Major League Baseball is cleaning up the sport and those players who test positive for the performance-enhancing drugs or are associated with them are ostracized from the game. Personally I wish the penalties were harsher than they currently are, but that will hopefully come in time. The average fan has no recourse against these dirty players other than boo them. Giving people a second chance in life is important, but when you damage something that I love it is harder to allow for that second chance. This is why I do what I can to see the game cleaned up and for the good guys in the game to get their time in the sun. the fantasy baseball league I play in has the following six rules:
Any and all players who have been suspended or accused of PED use are ineligible to be drafted or added to the roster later in the season.
If you play a player who have been suspended or accused of PED use, whether knowingly or unknowingly, you must immediately drop the player and leave an open spot in your line up for 7 days.
You can only add a new player to replace the dirty player after the 7 days have passed.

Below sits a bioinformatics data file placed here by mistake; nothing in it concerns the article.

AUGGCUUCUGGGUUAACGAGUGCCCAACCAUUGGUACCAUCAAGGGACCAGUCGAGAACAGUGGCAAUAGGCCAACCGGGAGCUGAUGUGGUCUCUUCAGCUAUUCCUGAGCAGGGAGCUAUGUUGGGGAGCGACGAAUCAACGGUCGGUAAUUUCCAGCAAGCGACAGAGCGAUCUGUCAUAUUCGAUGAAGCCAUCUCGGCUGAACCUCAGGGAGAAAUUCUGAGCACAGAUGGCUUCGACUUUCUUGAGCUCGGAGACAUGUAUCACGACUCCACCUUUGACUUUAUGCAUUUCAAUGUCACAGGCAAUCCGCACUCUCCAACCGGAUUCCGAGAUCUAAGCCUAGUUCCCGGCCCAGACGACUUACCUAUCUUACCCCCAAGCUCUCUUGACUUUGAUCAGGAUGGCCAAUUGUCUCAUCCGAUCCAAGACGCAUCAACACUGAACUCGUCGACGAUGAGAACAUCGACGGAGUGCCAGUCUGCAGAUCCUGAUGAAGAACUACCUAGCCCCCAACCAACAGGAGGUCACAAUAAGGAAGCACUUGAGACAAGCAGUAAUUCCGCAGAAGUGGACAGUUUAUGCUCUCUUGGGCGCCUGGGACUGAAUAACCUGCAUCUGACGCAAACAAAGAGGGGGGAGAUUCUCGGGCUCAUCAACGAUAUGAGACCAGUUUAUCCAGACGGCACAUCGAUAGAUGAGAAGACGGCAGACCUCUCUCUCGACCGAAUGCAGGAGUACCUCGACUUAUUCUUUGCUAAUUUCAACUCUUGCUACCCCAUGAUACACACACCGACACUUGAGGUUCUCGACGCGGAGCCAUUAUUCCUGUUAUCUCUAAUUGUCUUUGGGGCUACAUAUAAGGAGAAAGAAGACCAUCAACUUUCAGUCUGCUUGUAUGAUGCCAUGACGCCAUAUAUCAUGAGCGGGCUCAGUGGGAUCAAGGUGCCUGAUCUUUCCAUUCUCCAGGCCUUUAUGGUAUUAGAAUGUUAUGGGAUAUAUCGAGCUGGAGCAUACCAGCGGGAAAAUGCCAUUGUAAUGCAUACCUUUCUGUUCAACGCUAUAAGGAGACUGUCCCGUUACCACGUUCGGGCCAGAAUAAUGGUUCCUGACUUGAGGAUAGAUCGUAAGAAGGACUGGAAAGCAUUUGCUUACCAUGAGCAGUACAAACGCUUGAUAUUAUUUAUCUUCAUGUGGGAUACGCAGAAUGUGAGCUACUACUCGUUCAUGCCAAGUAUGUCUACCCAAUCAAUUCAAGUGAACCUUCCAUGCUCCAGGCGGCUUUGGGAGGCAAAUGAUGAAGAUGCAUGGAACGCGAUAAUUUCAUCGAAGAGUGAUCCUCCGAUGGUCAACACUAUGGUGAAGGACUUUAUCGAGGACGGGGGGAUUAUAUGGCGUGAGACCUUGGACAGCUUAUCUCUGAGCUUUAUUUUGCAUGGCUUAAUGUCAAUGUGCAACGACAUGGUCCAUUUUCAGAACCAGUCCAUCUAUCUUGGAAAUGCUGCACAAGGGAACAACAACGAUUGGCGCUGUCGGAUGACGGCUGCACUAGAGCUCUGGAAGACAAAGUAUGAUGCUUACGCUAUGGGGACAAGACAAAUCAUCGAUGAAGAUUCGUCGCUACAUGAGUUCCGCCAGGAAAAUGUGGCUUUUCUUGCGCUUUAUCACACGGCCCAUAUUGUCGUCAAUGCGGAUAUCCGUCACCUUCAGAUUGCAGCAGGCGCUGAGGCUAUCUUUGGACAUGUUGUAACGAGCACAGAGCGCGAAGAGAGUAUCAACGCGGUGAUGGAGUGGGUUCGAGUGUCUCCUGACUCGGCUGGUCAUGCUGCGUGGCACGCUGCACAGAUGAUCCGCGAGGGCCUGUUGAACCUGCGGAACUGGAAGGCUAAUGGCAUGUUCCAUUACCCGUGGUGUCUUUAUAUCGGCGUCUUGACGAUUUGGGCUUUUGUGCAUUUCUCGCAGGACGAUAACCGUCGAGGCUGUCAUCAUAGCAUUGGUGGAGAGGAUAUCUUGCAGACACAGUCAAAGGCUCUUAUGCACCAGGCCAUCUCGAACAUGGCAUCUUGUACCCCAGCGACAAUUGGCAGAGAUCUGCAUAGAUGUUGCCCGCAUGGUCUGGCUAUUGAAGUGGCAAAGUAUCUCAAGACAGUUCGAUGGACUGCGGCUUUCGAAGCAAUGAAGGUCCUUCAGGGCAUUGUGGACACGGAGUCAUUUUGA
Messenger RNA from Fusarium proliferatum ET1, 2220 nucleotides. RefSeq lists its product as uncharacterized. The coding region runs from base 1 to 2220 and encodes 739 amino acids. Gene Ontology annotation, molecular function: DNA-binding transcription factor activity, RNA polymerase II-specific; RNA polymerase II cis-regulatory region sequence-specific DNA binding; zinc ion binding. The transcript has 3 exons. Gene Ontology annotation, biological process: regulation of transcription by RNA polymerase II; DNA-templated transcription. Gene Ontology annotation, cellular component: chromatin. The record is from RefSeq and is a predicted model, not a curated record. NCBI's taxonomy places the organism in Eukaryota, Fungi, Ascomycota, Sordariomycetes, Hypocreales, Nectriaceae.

Each player will police themselves in regards to hating dirty players.
If you draft Alex Rodriguez or Ryan Braun, you are a complete moron.
- The following players are on the banned list, plus any who get busted during the season:
I in no way contend that my banning of all dirty players from my league has any real impact on someone like Ryan Braun. I am not delusional enough to think that he remotely cares what I think. However, it gives me and the people I play against the satisfaction of knowing that the players who we use in our league play the game the right way. It is our way of hitting back against the players who cheat in such a way that it could potentially hurt someone.
I love baseball and do not want anything or anyone to ruin it. Yes fans and the media come down harsher on players when they are busted or suspected of using performance-enhancing drugs, but it is because baseball is held to a higher standard. It is America’s past time. During World War II, the Japanese did not yell “to hell with Sammy Baugh”, they yelled “to hell with Babe Ruth”. Baseball and its records are the most haloed among the major sports in America. The media coverage is not as intense or as long when a basketball player starts closing in on an all time record, but with baseball the media attention can become overwhelming when a player closes in on a single season record. Baseball and its fans deserve to have players who respect the game and its history. Major League Baseball has become serious about cleaning up the game and the growing disgust and animosity toward those found to have used performance-enhancing drugs is a sign that the game is on the right track.